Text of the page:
STORYSTORM 2019! Brainstorm, Play, and Ideas

Brainstorm, brainstorm, brainstorm! Play, play, play! Ideas, ideas, ideas!


These three core creative values pretty much sum up the heart of my creative process. They also sum up Picture Book Author Tara Lazar’s annual Storystorm Challenge, which I’ve participated in for many years.


The Storystorm challenge (used to be called PIBOIDMO—picture book idea month) is a challenge on Tara’s blog where participants agree to come up with a new picture book idea every day for 30 days in a month. 30 ideas! In a month! Seems crazy at first. But no. It’s great. 

Because where do I get my best ideas? Out of a pile of terrible ideas. It’s true. Basically I get my best ideas by coming up with lots and lots of ideas, putting every idea into the pile, and then later worrying about whether they are any good or not. And that same basic concept has now extended into so many aspects of my creative process that I feel it somehow captures the entire spirit of writing and art for me.

My Bureau of Fearless Ideas shirt and my Field Guide To Fearless Ideas poster, both purchased at the  Greenwood Space Travel Supply Company  in Seattle, a storefront for the  Bureau of Fearless Ideas , a non-profit writing and tutoring center for kids.

My Bureau of Fearless Ideas shirt and my Field Guide To Fearless Ideas poster, both purchased at the Greenwood Space Travel Supply Company in Seattle, a storefront for the Bureau of Fearless Ideas, a non-profit writing and tutoring center for kids.

So in the spirit of fearless ideas, here I am this past week wearing my Bureau Of Fearless Ideas shirt next to my Field Guide To Fearless Ideas poster, (purchased here, more info in the caption). And why am I wearing my BFI* shirt? Because STORYSTORM = FEARLESS IDEAS! And it’s that time of year. I’ve just finished up 2019’s challenge and I’m celebrating all the ways ideas, brainstorming, and play make my art better.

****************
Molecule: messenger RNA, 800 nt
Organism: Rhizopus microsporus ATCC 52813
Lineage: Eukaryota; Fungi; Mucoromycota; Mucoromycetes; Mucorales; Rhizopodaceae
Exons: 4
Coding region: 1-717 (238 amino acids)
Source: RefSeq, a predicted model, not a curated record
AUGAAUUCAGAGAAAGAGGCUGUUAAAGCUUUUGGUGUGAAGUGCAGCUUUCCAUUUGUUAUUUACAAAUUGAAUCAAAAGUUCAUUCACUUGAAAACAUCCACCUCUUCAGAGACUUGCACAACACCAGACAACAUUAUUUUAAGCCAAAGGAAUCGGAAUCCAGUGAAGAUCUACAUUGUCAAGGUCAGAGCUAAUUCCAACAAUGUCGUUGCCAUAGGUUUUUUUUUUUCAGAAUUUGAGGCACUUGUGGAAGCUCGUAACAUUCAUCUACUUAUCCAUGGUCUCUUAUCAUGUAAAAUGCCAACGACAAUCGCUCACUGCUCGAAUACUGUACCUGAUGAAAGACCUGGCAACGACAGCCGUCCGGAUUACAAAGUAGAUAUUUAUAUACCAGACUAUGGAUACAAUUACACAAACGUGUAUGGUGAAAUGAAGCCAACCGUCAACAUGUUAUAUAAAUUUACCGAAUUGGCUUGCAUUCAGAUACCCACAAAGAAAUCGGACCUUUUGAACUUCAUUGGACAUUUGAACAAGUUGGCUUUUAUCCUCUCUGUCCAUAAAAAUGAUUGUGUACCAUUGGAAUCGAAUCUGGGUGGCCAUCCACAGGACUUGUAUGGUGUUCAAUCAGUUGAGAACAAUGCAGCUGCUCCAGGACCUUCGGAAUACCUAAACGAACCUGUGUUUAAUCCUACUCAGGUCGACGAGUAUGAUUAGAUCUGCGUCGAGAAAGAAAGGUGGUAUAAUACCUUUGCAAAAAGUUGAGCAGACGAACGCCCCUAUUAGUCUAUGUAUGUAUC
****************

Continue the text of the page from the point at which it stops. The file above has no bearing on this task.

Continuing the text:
This past year I signed a contract for my first PB after working at it a looooong time. And THE ELEPHANT HIDE-AND-SEEK HANDBOOK (scheduled for release from Sourcebooks Jabberwocky in 2020) was definitely born from this process.

So cheers to fearless ideas and fearless brainstorming! And a big shout-out and thank you to Tara for all she’s done for the writing and illustrating community over many years!


The bumper sticker on my car. Bought it at  Wild Play  zipline course on Vancouver Island, BC. Pertains to art and writing too.

The bumper sticker on my car. Bought it at Wild Play zipline course on Vancouver Island, BC. Pertains to art and writing too.

*BFI = Bureau of Fearless Ideas, a real place. It’s a tutoring center for kids. But they also have cool shirts and posters. And in Seattle they have a Space Travel Supply Company. So that’s awesome.

A wonderfully messy thing to do

My friend stopped by to pick something up and caught a picture of me in my studio in messy collage focus mode this morning. Working on some art revisions for a WIP. I love stepping back and noticing the clutter and chaos around both me and my tunnel vision. Maybe lots of creative play looks like clutter and chaos. That’s my happy thought for the morning.


More art with kids: Class Collaboration Collages

It’s been a happy discovery of the last few years to learn that I have a quiet super power in helping kids love and make art. What a happy super power! For this today I am grateful.


These two collages are class collaborative projects I made with kids. The first collage is made from radial designs created by the 1st-3rd graders who I regularly taught art to this past fall (I went back last month to make this piece with them for their school’s auction). The second collage is made from geometric designs created by 4th-6th graders at the same school (I team taught with their regular art teacher for this project).